Using ListenersManager

This is the more low-level way of listening fields: you pass callback which gets added to a list and is called whenever the field changes. You can also remove them when they're not necessary anymore. All of this is handled by the ListenersManager class: each field has one associated instance that is exposed through the listeners property.

Note: the lifecycle method for listening field changes should always be your first choice. You should read this page to understand how listeners work internally, but you should always use the lifecycles when possible.

Weak vs strong

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When we set a listener we must do it in one of two ways:

  • Strongly: the ListenersManager holds a reference of the callback until it is manually removed. This means that if the callback implicitly holds some references, they'll be kept as well. When using this mode you must make sure to cancel the callback as soon as it's not needed anymore to prevent memory leaks.
  • Weakly: in this mode the ListenersManager hold a WeakReference to the callback. This means that when all other references are lost it internally becomes null and the callback is then removed when the manager notices. While this eases the programmer from the duty of removing the callback, it also gives them the responsibility to store a reference until it's needed: usually this is done by keeping it inside an object with a lifecycle, for example an Android™ Activity.

Usually it's preferable to use the weak mode, while the strong mode should be used only when you know the exact moment you need to remove the listener.

Registering a listener

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The ListenersManager in fields accepts an instance of FieldListener. It has a single function called onFieldChanged() that passes you the field that changed and its new data. The callback is called on the same thread that triggered it (i.e. the thread that changed the value).

Strong listeners

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Adding a strong listener is pretty straightforward. See this example:

import com.femastudios.dataflow.listen.* import com.femastudios.dataflow.util.* fun main() { val f = mutableFieldOf("hello") f.listeners.addStrongly { newData -> //Can also have a `source` parameter println(newData) } f.value = "how" f.value = "are" f.value = "you" }
f.listeners().addStrongly((source, newData) -> { System.out.println(newData); });

Since kotlin's support of SAM conversions works only on Java™ interfaces, the two addStrongly functions you see used in kotlin are extension functions.

Weak listeners

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The process to add a weak listener is a bit more complicated as we must keep the reference to the FieldListener instance somewhere.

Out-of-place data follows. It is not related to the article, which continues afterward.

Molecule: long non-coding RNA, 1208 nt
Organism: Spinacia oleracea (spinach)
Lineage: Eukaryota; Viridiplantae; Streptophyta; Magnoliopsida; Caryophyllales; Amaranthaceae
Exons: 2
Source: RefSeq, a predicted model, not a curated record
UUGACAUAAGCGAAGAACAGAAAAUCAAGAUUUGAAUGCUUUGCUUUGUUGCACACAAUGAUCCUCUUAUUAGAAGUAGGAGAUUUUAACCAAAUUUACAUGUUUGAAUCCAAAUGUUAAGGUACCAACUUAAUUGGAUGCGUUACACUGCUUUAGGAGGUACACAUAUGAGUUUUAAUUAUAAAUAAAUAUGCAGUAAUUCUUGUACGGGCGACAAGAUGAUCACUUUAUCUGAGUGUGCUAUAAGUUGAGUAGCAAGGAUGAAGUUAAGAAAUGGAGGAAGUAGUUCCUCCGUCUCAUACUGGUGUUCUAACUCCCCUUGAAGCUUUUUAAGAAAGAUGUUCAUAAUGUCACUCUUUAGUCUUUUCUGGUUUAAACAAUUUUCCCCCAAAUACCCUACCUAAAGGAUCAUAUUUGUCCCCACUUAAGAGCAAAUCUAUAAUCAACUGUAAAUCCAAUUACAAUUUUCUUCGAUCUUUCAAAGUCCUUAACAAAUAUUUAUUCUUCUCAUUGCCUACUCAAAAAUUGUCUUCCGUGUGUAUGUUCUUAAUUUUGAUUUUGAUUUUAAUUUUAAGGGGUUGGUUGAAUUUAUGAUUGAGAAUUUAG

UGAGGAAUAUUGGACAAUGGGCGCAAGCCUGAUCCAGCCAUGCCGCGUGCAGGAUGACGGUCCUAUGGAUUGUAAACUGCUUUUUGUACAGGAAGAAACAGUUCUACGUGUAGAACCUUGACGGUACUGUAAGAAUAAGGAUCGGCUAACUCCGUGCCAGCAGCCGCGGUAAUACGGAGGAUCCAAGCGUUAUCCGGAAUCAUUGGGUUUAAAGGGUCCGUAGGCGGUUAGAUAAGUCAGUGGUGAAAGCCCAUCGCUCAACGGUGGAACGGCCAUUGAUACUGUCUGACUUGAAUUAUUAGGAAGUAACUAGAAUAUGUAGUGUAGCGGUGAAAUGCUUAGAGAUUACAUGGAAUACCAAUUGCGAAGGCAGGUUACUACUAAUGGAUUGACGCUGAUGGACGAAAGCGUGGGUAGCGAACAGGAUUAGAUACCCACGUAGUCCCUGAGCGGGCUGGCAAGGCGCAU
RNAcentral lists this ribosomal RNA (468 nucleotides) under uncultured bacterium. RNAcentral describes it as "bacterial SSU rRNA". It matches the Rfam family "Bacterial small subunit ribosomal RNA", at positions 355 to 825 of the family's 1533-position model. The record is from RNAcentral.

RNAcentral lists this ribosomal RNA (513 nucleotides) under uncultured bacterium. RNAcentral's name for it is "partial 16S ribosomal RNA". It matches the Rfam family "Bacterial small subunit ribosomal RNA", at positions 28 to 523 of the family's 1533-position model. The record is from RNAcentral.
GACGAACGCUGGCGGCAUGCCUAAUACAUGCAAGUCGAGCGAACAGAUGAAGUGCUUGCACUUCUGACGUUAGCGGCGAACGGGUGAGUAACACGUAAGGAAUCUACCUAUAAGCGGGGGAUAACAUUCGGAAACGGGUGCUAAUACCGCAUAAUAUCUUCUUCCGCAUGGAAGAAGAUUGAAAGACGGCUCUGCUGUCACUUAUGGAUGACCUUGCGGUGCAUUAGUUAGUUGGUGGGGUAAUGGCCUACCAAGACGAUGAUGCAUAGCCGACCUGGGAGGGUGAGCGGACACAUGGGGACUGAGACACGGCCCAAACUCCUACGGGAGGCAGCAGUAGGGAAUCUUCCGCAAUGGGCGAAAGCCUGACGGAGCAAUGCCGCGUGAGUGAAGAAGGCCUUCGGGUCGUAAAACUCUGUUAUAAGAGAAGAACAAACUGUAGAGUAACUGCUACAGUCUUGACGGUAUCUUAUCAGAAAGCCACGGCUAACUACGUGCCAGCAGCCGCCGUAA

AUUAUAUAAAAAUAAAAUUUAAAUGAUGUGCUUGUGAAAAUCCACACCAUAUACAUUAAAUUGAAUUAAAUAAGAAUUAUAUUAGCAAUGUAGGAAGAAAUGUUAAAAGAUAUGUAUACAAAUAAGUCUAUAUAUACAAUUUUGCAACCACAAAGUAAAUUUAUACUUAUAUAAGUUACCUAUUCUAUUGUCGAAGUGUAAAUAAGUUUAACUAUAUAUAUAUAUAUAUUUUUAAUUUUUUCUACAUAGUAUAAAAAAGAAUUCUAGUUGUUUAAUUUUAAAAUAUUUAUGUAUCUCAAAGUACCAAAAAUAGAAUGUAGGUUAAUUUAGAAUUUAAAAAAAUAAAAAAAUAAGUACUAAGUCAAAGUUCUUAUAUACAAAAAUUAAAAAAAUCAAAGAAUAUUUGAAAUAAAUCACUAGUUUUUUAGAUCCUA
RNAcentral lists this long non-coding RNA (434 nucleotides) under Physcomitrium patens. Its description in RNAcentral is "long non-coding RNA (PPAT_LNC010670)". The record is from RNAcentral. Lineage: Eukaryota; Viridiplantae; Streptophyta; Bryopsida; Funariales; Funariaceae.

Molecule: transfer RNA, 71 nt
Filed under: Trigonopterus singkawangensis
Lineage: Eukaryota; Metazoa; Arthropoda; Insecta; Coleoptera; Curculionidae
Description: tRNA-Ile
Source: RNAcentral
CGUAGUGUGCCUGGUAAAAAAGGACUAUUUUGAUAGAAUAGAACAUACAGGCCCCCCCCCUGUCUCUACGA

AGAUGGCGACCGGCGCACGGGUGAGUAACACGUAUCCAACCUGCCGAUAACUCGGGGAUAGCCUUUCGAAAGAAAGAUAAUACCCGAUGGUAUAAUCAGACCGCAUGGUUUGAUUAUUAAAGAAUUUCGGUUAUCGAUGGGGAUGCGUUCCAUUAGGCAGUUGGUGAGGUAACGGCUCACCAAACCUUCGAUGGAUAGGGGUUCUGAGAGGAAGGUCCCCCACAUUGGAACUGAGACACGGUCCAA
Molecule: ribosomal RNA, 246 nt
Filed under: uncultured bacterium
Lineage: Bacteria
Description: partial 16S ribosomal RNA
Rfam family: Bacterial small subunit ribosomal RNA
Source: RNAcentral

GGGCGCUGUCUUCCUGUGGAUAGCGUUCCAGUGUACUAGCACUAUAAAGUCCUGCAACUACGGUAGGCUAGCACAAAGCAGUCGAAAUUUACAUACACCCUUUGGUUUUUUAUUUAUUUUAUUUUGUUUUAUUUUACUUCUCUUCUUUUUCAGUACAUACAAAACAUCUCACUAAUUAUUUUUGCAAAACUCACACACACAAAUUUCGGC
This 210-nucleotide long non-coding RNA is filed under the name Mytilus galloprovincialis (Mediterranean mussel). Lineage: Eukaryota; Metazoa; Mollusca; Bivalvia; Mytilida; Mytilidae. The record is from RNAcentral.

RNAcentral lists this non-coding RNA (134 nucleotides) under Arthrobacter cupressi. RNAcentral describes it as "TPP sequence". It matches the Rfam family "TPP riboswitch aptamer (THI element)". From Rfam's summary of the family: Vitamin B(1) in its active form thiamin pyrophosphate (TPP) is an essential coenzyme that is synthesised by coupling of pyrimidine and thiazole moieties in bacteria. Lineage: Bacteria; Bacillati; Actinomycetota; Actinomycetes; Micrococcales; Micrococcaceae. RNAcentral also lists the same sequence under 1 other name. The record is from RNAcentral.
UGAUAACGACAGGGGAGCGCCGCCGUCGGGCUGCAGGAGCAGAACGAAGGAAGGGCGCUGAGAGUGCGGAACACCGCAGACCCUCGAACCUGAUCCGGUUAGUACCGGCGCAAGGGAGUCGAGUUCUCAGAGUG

import com.femastudios.dataflow.listen.* import com.femastudios.dataflow.util.* fun main() { class ObjectWithLifecycle { //`fieldListener()` requires also have the source as first paramter val listener = simpleFieldListener<String> { println(it) } } val f = mutableFieldOf("hello") val obj = ObjectWithLifecycle() f.listeners.addWeakly(obj.listener) f.value = "how" f.value = "are" f.value = "you" }
class ObjectWithLifecycle { public final FieldListener<Integer> listener = (source, newData) -> { System.out.println(newData); }; } ObjectWithLifecycle obj = new ObjectWithLifecycle(); f.listeners().addWeakly(obj.listener);

Doing this the only strong reference is held by the ObjectWithLifecycle instance, so when it gets garbage collected, the listener dies with him.

A more compact way of doing it is directly implementing the FieldListener interface in the object:

import com.femastudios.dataflow.* import com.femastudios.dataflow.listen.* import com.femastudios.dataflow.util.* fun main() { class ObjectWithLifecycle : FieldListener<String> { override fun onFieldChanged(source: Field<String>, newData: String) { println(newData) } } val f = mutableFieldOf("hello") val obj = ObjectWithLifecycle() f.listeners.addWeakly(obj) f.value = "how" f.value = "are" f.value = "you" }
class ObjectWithLifecycle implements FieldListener<Integer> { public void onFieldChanged(Field<Int> source, Integer newData) { System.out.println(newData); } } ObjectWithLifecycle obj = new ObjectWithLifecycle(); f.listeners().addWeakly(obj);

With this technique we can avoid the creation of one object (the listener instance) by implementing it directly on an already existing object. Obviously we can do this only for one field since we can implement only on time the same interface; this leaves us with two possibilities: either we listen only one field or we register multiple fields and check with the source object which one triggered the callback before performing the appropriate action. If both seem unacceptable, we can instantiate one listener for each field and keep it in the object, like in the first example.

Canceling a listener

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If we want to manually cancel a listener we can do so by calling the remove() function passing the listener instance as its only parameter, like so:

f.listeners.remove(listener)
f.listeners().remove(listener);

This works for both strongly and weakly set listeners.